Author Archive for Kelsey Gee

Occupy’s Chicago Spring

Political movements can be hard to maintain–especially when they intend to publically bear the force of weather, police, and internal debate for as long as it takes to bring about change. In the earliest days of Occupy Chicago (OC) way…

New Beginnings for Woodlawn

[nggallery id=23] If it were up to Pastor Corey Brooks of New Beginnings Church, Chicago would be filled with “contemporary, credible, and creative” neighborhood centers. These spaces would offer everything from job placement services and drug rehabilitation assistance, to green…

Dogs for Days

One of the few South Side vendors to offer the veggie rendition of the encased meat treat, H-Dogs was founded by a culinary master and a vegetarian real estate developer. According to Eileen Rhodes, the vegetarian half of the team, H-Dogs’ menu aims to promote wellness in Bronzeville.

Eyes of a Woman

With “Visiones Femeninas,” Dominguez hoped to display “the sublime beauty which surrounds us moment by moment.” The title of this exhibit is ambiguous and its aspirations vague, but by some happy accident, in his attempt to celebrate womanhood in general, Dominguez got at something even better: four distinct and deeply intimate visions of life and beauty.

Dirty Laundry

The back of a dry cleaner is steamy and uncomfortable, cramped with pressed clothes, plastic bags, and the smell of solvent. The day before the opening of “Maze,” a mixed-media installation at Roxaboxen Exhibitions, the gallery space is quiet and dusty, its low ceilings almost touching the top rack of men’s dress shirts.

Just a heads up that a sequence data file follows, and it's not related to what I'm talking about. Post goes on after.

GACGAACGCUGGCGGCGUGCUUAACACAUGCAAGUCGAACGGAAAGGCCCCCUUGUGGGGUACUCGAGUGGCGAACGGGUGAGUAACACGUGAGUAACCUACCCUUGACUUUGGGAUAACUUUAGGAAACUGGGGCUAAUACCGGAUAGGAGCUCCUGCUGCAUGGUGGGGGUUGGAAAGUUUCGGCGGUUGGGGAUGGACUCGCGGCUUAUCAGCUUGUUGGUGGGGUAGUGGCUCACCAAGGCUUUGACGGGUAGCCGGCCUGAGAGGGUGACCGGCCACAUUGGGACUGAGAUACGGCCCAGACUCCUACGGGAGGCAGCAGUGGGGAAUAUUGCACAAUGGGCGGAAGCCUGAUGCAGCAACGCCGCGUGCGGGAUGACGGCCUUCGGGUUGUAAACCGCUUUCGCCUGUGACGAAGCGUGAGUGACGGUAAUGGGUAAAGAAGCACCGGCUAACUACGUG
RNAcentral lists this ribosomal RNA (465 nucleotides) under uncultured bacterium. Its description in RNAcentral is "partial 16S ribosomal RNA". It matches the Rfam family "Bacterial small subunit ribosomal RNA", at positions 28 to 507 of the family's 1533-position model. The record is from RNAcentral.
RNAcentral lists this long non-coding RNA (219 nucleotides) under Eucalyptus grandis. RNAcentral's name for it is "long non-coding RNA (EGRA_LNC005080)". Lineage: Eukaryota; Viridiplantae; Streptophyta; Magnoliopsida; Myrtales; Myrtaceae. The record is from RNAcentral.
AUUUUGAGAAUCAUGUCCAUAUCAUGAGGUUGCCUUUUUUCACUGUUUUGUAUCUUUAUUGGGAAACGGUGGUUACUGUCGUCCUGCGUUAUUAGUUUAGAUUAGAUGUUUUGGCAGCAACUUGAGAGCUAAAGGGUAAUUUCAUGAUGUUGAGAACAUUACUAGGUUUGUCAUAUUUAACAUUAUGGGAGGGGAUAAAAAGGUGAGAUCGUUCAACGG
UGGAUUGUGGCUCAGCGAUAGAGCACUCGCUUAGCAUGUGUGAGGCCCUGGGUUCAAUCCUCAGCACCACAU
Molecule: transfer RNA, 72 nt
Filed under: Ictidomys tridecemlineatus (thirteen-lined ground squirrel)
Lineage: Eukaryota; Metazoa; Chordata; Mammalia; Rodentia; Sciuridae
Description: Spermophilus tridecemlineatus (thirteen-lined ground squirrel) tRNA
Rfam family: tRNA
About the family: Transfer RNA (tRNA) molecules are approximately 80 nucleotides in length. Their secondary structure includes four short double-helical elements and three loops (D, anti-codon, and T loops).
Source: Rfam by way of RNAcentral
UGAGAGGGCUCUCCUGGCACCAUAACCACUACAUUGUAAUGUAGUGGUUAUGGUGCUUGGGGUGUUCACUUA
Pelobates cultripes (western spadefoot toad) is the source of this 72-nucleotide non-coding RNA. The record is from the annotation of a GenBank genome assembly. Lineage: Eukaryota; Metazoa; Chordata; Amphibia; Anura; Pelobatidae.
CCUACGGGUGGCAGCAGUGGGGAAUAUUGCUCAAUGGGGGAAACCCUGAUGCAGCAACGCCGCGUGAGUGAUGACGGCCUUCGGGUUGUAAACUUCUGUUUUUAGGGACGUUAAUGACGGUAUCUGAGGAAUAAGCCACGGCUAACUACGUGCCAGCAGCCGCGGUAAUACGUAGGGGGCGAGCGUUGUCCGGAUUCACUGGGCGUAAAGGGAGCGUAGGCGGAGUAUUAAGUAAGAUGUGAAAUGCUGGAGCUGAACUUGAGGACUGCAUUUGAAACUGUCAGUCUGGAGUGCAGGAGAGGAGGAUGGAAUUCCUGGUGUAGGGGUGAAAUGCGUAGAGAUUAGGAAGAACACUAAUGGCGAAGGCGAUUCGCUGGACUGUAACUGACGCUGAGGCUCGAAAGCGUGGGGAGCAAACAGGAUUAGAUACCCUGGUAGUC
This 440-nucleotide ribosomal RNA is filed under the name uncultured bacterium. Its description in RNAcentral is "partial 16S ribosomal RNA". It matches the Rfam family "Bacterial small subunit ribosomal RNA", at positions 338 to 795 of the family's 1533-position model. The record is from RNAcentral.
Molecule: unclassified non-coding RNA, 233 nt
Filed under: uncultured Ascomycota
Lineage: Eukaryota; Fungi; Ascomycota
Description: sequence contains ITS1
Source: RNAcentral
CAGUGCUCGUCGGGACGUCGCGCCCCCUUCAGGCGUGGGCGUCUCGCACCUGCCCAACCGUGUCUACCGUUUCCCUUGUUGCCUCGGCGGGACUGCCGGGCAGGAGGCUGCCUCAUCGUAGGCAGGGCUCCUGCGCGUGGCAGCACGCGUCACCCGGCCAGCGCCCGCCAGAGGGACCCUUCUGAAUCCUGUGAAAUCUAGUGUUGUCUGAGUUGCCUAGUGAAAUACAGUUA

Off the Block

When considering the innumerable gems to be found on the airwaves of WBEZ 91.5, Chicago’s public radio station, hip-hop culture does not immediately jump to mind.

Weight of the World

Running in five minutes late to last Thursday’s monthly workshop meeting of all six chapters of the Deborah Movement, I was one of the first to arrive. The Deborahs (pronounced De-BOR-ahs) are a group that aspires to restructure the black…

Village Voices

Three blocks from the Kedzie Pink Line station I’m brought to a halt by a giant stop sign that reads ARTE. The bright red banner in the window of Yoli Furniture indicates that art can be found in this unlikely setting, inviting curious passersby in with a handwritten sign on the door directing them to the rear of the building. To get to this exhibit, one of seventeen in last weekend’s Little Village Arts Festival, attendees must follow a narrow path in between a parted sea of piled sofas and dining room tables.